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Breaking The Adult Rules: 4 Lessons I Learned From A Trip With My Son

Breaking The Adult Rules:
4 Lessons I Learned From A Trip With My Son

As some of you who follow me on Twitter and Facebook already know, I’m just back from a quick trip out west. It was actually two-fold; I grew up in Northern California, so I went back for my 30-year class reunion and I owed Cole a little one-on-one time, something he’d been haranguing me about ever since I did the same for his sister. 

So off we went, winging our way to the land of fun and sun. I was really looking forward to a change in the routine and putting my brain in park (more so than usual) for a few days. Little did I know I was in for some big life lessons, courtesy my baby boy. Most of you know a little about Cole through my writings here; he’s really a pretty remarkable kid, compassionate, smart and funny, all things that serve him well now and will into the future. He’s incredibly astute too, which is why I take seriously, the lessons I learned from him. You should too.

1. How To Throw Caution To The Wind

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What’s the thing most of us think of when renting a car? Is it practical? How much will it cost? How is it on gas? Not when you’re a 13-year-old boy. The first thing that comes to mind is, “Is it cool?” followed by “How fast can it go?” So just as I was about to sign for the practical, fuel efficient (read: painfully boring) compact, Cole saw IT. IT was a brand new, Ford Mustang convertible and we had to have it. It was double the daily rate of the compact but about a zillion times more fun. We tooled all over the Southland in that thing, hair whipping in the wind but both of us, despite the heat, wearing ear-to-ear smiles.


  1. Dawn

    August 25, 2011 at 9:38 am

    Wow, Rene, what an awesome adventure! My son is 4 and as a single parent, I get so caught up in the daily routine that I forget the simple joy of taking a trip somewhere just so we can relax the rules and be. Thanks for giving me the inspiration to just take a weekend to follow his lead!

  2. Cindy

    August 25, 2011 at 10:35 am

    We haven’t had the chance to take one-on-one vacations but we take day trips one-on-one all the time. It is a lot of fun and you get to learn so much about the men they are becoming when we back off and have some fun!

  3. Cody Williams

    August 25, 2011 at 11:12 am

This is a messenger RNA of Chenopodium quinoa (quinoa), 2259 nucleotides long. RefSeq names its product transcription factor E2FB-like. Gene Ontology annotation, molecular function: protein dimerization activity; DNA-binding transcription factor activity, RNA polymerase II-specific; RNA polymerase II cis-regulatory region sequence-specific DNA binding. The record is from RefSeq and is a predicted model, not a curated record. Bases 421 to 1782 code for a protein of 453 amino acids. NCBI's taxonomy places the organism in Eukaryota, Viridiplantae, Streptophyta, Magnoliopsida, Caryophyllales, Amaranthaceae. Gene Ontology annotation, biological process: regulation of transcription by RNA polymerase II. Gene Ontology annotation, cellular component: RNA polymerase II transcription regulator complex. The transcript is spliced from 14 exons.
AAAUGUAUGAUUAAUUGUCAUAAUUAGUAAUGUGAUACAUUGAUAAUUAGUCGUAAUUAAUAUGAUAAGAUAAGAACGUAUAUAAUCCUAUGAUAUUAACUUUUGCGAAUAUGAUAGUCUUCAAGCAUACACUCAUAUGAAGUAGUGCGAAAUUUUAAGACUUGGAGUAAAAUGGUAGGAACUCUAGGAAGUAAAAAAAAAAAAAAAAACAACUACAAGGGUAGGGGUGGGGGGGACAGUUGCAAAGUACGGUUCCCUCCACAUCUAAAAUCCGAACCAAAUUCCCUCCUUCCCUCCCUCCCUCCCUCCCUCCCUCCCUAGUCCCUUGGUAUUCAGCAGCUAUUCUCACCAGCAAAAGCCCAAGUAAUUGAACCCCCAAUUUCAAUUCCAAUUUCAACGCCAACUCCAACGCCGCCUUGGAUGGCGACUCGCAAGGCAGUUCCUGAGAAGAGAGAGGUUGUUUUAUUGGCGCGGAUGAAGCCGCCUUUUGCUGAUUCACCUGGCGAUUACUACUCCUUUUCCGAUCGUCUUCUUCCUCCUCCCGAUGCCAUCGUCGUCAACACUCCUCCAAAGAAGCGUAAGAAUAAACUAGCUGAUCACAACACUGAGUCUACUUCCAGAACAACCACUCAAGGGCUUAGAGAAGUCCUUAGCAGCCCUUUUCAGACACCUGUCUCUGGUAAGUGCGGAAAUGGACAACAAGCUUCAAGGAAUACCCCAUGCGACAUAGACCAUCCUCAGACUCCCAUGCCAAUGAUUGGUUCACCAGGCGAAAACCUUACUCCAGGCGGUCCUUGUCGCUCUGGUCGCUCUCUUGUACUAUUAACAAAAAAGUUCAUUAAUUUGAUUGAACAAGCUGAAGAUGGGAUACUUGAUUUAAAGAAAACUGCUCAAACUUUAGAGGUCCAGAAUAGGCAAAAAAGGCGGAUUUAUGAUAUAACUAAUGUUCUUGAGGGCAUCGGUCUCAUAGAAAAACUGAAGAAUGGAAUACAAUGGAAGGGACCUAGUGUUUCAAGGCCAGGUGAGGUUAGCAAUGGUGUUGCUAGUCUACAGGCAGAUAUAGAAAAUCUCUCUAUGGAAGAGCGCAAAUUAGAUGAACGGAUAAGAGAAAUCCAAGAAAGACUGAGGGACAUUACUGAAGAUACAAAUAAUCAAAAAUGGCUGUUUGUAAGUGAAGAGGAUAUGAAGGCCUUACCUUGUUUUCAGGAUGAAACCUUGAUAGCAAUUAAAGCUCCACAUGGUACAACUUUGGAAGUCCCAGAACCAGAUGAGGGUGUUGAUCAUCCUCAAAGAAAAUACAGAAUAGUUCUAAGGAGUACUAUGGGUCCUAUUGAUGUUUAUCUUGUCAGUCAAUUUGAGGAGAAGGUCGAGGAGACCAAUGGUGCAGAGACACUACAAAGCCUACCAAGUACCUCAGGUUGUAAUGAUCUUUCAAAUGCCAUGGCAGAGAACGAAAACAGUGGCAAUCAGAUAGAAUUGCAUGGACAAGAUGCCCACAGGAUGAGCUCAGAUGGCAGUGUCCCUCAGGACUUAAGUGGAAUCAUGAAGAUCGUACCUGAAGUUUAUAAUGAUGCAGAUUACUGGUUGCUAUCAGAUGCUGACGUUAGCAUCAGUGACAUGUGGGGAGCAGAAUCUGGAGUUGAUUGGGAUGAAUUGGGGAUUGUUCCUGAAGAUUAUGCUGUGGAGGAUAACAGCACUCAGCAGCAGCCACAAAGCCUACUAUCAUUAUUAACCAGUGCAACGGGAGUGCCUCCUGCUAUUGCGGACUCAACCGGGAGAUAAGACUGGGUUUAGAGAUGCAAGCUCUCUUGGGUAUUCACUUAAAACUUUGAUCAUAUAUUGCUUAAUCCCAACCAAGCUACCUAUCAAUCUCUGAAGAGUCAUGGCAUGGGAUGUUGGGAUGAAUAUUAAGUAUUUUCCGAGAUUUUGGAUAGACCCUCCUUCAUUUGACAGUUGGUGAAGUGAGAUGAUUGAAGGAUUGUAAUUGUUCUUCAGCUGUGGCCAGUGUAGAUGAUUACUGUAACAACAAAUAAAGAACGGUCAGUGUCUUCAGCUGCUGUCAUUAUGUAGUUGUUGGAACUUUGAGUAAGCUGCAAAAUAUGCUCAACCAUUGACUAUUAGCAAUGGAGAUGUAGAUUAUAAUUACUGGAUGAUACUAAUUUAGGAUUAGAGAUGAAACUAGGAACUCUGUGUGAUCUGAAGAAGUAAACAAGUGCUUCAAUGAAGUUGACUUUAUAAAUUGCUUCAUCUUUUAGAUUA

What’s up with pre-pubescent boys wanting to put their arms around your shoulders instead of the waist? My son does that now too.

    But, one of the things I noticed is that my children are totally different people when I with them one-on-one. And it’s cool. Dealing with them together it’s two against the one: me. They gang up on me about almost anything. Votes always result in 2 to 1. I have to constantly to remind them that our home, “is not a democracy. It’s a dictatorship.”

    My parents had seven kids. And the thing that amazes when I look back at my childhood is that each of them in their own way made time to develop a relationship with each of us individually. We each have our own memories of and special events and moments with each parent.

    I have to remember to take more time doing that Rene. Thanks for reminding me to get that done and how special it is.

  4. Vanzell

    August 25, 2011 at 2:23 pm

    With 6 in the house (and yes, they are ask by my wife and one at a time), it’s a little tough doing the singular child activities, but three weekends ago, it was just me and my mini-me 3-year-old. He picked the movie, Cars 2, he picked the activities, he picked the time to go outside and I can tell that he appreciated it b/c my instructions get heeded a little more quickly now. All of them have had the one on one time and it truly builds their trust, love and appreciation for us as parents. But we as parents have to properly maintain the balance of time spent with all individually so that the sibling rivalries don’t include the argument of someone being favored or not. I’m a teenager at heart anyway so, I watch the cartoons, want to go to the ball games or movies, play the video and board games and wrestle with them too. But in all of the activities, I try to find fun lessons that they can learn or fun tips or tricks to being a champ at a game. The fun part for me is seeing them learn, grow and mature thru the activities as well as see their trust and confidence in me being confirmed.
    My 14 year old still thinks I can go run a game of basketball with my college buddies that played pro ball… now that is maintaining my place as “my dad can do ________”… LOL

  5. Vanzell

    August 25, 2011 at 2:27 pm

    Apologies for the typo but that “ask” should be “all” in the first line…

  6. Irene

    August 25, 2011 at 6:10 pm

    What a heartfelt story. I hope you print this out and leave it in your hope chest for Cole to open up one day.

    We have a big family…I really haven’t taken the kids on seperate overnight trips…but I remember once years ago my oldest kids (who are really my step kids) wanted to get some extra credit at school. We had to go to a slave plantation and they had to write a report. My hubbie groaned when the kids asked…but I jumped on the opportunity…..I am gonna tell you what best 50 dollars and 10 hours ever spent with those 2 kids….and you make a real point the kids saw me as not the one who was keeping the wheels on the track.

    🙂 Please take care in the weather all Gem’s out there.

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